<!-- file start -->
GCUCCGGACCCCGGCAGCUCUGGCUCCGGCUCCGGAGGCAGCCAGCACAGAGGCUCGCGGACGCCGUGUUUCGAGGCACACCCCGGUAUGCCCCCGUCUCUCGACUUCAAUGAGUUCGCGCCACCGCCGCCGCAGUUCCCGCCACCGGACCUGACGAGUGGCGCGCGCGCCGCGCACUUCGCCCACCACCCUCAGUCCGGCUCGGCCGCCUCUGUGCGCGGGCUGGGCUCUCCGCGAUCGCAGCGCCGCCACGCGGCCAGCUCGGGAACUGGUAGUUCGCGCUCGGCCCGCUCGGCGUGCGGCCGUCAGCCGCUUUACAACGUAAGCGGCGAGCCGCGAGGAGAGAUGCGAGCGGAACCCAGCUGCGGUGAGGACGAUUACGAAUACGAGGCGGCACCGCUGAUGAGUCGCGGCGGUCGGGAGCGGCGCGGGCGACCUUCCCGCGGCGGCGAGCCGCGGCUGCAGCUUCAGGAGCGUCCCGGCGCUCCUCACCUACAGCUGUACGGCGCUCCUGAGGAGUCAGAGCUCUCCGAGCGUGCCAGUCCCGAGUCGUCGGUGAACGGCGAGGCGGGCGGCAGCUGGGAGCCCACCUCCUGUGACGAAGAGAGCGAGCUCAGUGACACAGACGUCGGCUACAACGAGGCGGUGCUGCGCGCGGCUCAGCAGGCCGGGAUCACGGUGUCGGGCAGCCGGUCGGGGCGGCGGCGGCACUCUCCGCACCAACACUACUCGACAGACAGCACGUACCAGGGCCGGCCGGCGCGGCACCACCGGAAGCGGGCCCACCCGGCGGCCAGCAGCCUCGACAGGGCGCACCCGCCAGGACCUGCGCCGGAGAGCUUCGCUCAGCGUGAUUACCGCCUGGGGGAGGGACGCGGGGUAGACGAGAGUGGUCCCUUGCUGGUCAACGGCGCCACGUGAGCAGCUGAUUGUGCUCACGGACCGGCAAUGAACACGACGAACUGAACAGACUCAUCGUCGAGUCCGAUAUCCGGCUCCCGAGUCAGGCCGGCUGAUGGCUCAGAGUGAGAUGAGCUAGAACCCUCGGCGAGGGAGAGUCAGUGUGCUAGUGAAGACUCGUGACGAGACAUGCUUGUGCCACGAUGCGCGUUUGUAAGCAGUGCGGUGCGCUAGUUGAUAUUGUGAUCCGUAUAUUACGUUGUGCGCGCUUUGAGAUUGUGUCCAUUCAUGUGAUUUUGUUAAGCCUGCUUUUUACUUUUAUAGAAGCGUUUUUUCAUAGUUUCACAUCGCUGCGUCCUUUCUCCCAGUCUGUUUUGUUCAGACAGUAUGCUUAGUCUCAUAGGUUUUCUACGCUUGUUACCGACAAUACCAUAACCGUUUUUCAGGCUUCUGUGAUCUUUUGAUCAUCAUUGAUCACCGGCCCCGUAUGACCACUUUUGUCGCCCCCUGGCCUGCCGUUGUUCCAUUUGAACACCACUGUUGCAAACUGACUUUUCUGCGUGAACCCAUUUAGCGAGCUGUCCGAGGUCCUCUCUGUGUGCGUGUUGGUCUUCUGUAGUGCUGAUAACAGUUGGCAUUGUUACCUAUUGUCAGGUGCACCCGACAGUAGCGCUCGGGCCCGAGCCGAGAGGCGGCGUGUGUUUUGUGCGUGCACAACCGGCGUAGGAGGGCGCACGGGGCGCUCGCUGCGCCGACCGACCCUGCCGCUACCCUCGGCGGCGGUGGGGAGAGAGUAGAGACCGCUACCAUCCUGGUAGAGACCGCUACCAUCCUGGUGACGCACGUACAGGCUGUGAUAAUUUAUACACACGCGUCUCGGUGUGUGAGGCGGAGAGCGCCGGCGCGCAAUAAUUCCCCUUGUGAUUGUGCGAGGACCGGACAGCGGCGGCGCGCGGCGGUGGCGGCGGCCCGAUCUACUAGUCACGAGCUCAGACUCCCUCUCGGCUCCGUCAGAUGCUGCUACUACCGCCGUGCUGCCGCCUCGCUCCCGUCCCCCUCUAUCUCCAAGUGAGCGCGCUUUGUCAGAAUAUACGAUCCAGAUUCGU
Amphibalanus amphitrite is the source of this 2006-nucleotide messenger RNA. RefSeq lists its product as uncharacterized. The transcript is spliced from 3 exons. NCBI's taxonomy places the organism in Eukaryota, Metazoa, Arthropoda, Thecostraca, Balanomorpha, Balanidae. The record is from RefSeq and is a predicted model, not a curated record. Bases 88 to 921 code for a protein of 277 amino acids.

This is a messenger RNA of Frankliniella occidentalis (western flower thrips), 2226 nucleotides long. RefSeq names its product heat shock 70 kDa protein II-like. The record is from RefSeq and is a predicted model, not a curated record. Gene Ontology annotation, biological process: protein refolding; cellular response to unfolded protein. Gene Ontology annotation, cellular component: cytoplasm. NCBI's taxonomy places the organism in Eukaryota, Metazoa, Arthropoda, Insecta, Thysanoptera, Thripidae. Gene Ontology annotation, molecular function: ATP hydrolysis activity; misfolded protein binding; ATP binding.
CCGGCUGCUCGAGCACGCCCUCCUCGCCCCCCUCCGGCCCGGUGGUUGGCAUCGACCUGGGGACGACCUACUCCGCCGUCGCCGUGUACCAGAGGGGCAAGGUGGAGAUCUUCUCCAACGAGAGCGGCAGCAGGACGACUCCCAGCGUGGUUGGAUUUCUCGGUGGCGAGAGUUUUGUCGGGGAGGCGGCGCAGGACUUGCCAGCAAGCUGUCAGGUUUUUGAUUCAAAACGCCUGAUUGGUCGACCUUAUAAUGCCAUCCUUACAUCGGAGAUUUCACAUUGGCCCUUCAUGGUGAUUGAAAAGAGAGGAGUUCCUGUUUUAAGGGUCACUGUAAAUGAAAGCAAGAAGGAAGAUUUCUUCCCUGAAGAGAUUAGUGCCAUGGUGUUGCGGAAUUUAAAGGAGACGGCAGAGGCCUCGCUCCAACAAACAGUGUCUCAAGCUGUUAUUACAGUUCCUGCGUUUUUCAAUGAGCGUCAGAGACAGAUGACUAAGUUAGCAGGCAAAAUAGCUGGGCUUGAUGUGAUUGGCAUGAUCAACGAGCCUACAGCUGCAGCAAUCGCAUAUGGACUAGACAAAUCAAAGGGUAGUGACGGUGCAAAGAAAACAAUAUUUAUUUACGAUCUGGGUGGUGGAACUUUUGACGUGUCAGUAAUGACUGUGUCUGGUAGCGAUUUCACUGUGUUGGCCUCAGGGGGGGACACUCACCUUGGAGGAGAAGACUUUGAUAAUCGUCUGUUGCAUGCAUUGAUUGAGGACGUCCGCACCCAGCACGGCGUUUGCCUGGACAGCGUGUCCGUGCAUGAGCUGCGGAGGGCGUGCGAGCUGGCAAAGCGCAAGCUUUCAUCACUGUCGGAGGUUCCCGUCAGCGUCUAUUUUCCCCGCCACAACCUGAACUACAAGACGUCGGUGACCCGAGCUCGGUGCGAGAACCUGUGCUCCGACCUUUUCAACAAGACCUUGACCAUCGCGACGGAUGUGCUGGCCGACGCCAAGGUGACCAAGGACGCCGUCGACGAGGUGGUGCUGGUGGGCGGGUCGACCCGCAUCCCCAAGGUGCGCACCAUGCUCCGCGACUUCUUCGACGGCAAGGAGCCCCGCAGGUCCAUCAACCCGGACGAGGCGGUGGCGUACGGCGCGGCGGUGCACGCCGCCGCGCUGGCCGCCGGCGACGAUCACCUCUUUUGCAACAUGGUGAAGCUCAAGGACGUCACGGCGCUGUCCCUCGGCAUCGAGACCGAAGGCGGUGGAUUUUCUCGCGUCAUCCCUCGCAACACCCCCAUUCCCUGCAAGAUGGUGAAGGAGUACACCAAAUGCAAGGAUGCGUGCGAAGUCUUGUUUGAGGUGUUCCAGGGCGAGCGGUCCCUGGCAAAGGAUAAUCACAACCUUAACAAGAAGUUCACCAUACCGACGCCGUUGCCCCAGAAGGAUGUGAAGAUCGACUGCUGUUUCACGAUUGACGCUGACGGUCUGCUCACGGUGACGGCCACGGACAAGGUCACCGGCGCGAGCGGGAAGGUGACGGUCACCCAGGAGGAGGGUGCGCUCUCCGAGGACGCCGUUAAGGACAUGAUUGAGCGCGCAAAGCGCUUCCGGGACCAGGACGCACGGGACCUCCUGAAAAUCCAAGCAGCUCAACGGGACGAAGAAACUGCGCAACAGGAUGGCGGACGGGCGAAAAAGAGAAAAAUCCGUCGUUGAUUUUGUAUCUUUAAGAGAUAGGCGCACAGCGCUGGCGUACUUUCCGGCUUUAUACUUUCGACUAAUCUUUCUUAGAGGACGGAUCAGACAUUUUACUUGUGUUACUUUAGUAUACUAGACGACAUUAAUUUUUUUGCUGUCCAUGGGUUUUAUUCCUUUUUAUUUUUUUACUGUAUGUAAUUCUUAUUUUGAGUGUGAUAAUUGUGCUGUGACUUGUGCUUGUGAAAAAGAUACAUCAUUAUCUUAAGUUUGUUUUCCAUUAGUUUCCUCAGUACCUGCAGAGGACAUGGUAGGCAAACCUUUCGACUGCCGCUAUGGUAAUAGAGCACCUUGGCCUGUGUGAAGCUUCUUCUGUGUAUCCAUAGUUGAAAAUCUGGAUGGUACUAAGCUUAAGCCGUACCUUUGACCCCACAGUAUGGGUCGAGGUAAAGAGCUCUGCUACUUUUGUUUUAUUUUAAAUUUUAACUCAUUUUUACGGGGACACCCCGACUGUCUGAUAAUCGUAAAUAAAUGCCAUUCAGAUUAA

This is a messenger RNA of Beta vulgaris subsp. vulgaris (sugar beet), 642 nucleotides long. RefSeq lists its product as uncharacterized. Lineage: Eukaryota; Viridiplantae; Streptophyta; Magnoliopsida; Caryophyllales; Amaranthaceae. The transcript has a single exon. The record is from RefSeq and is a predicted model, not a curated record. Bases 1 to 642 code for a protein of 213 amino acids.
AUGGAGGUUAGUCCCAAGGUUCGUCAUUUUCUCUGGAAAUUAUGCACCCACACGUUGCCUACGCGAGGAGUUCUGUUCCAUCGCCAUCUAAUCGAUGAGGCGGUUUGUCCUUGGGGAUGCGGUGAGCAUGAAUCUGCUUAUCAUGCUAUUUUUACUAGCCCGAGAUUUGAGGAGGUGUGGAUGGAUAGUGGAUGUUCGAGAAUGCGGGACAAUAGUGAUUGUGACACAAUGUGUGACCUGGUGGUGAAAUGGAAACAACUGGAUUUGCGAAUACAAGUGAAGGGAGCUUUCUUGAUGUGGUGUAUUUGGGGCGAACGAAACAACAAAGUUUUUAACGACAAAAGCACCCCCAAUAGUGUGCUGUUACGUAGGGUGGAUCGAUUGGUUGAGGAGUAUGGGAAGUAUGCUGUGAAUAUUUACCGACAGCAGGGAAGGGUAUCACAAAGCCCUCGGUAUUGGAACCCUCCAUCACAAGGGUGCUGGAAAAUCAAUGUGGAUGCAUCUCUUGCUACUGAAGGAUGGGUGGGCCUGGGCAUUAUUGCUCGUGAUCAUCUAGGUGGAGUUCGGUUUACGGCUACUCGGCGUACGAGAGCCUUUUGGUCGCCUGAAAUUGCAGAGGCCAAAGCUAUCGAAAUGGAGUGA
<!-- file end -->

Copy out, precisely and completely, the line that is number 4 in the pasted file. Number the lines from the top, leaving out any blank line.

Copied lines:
CCGGCUGCUCGAGCACGCCCUCCUCGCCCCCCUCCGGCCCGGUGGUUGGCAUCGACCUGGGGACGACCUACUCCGCCGUCGCCGUGUACCAGAGGGGCAAGGUGGAGAUCUUCUCCAACGAGAGCGGCAGCAGGACGACUCCCAGCGUGGUUGGAUUUCUCGGUGGCGAGAGUUUUGUCGGGGAGGCGGCGCAGGACUUGCCAGCAAGCUGUCAGGUUUUUGAUUCAAAACGCCUGAUUGGUCGACCUUAUAAUGCCAUCCUUACAUCGGAGAUUUCACAUUGGCCCUUCAUGGUGAUUGAAAAGAGAGGAGUUCCUGUUUUAAGGGUCACUGUAAAUGAAAGCAAGAAGGAAGAUUUCUUCCCUGAAGAGAUUAGUGCCAUGGUGUUGCGGAAUUUAAAGGAGACGGCAGAGGCCUCGCUCCAACAAACAGUGUCUCAAGCUGUUAUUACAGUUCCUGCGUUUUUCAAUGAGCGUCAGAGACAGAUGACUAAGUUAGCAGGCAAAAUAGCUGGGCUUGAUGUGAUUGGCAUGAUCAACGAGCCUACAGCUGCAGCAAUCGCAUAUGGACUAGACAAAUCAAAGGGUAGUGACGGUGCAAAGAAAACAAUAUUUAUUUACGAUCUGGGUGGUGGAACUUUUGACGUGUCAGUAAUGACUGUGUCUGGUAGCGAUUUCACUGUGUUGGCCUCAGGGGGGGACACUCACCUUGGAGGAGAAGACUUUGAUAAUCGUCUGUUGCAUGCAUUGAUUGAGGACGUCCGCACCCAGCACGGCGUUUGCCUGGACAGCGUGUCCGUGCAUGAGCUGCGGAGGGCGUGCGAGCUGGCAAAGCGCAAGCUUUCAUCACUGUCGGAGGUUCCCGUCAGCGUCUAUUUUCCCCGCCACAACCUGAACUACAAGACGUCGGUGACCCGAGCUCGGUGCGAGAACCUGUGCUCCGACCUUUUCAACAAGACCUUGACCAUCGCGACGGAUGUGCUGGCCGACGCCAAGGUGACCAAGGACGCCGUCGACGAGGUGGUGCUGGUGGGCGGGUCGACCCGCAUCCCCAAGGUGCGCACCAUGCUCCGCGACUUCUUCGACGGCAAGGAGCCCCGCAGGUCCAUCAACCCGGACGAGGCGGUGGCGUACGGCGCGGCGGUGCACGCCGCCGCGCUGGCCGCCGGCGACGAUCACCUCUUUUGCAACAUGGUGAAGCUCAAGGACGUCACGGCGCUGUCCCUCGGCAUCGAGACCGAAGGCGGUGGAUUUUCUCGCGUCAUCCCUCGCAACACCCCCAUUCCCUGCAAGAUGGUGAAGGAGUACACCAAAUGCAAGGAUGCGUGCGAAGUCUUGUUUGAGGUGUUCCAGGGCGAGCGGUCCCUGGCAAAGGAUAAUCACAACCUUAACAAGAAGUUCACCAUACCGACGCCGUUGCCCCAGAAGGAUGUGAAGAUCGACUGCUGUUUCACGAUUGACGCUGACGGUCUGCUCACGGUGACGGCCACGGACAAGGUCACCGGCGCGAGCGGGAAGGUGACGGUCACCCAGGAGGAGGGUGCGCUCUCCGAGGACGCCGUUAAGGACAUGAUUGAGCGCGCAAAGCGCUUCCGGGACCAGGACGCACGGGACCUCCUGAAAAUCCAAGCAGCUCAACGGGACGAAGAAACUGCGCAACAGGAUGGCGGACGGGCGAAAAAGAGAAAAAUCCGUCGUUGAUUUUGUAUCUUUAAGAGAUAGGCGCACAGCGCUGGCGUACUUUCCGGCUUUAUACUUUCGACUAAUCUUUCUUAGAGGACGGAUCAGACAUUUUACUUGUGUUACUUUAGUAUACUAGACGACAUUAAUUUUUUUGCUGUCCAUGGGUUUUAUUCCUUUUUAUUUUUUUACUGUAUGUAAUUCUUAUUUUGAGUGUGAUAAUUGUGCUGUGACUUGUGCUUGUGAAAAAGAUACAUCAUUAUCUUAAGUUUGUUUUCCAUUAGUUUCCUCAGUACCUGCAGAGGACAUGGUAGGCAAACCUUUCGACUGCCGCUAUGGUAAUAGAGCACCUUGGCCUGUGUGAAGCUUCUUCUGUGUAUCCAUAGUUGAAAAUCUGGAUGGUACUAAGCUUAAGCCGUACCUUUGACCCCACAGUAUGGGUCGAGGUAAAGAGCUCUGCUACUUUUGUUUUAUUUUAAAUUUUAACUCAUUUUUACGGGGACACCCCGACUGUCUGAUAAUCGUAAAUAAAUGCCAUUCAGAUUAA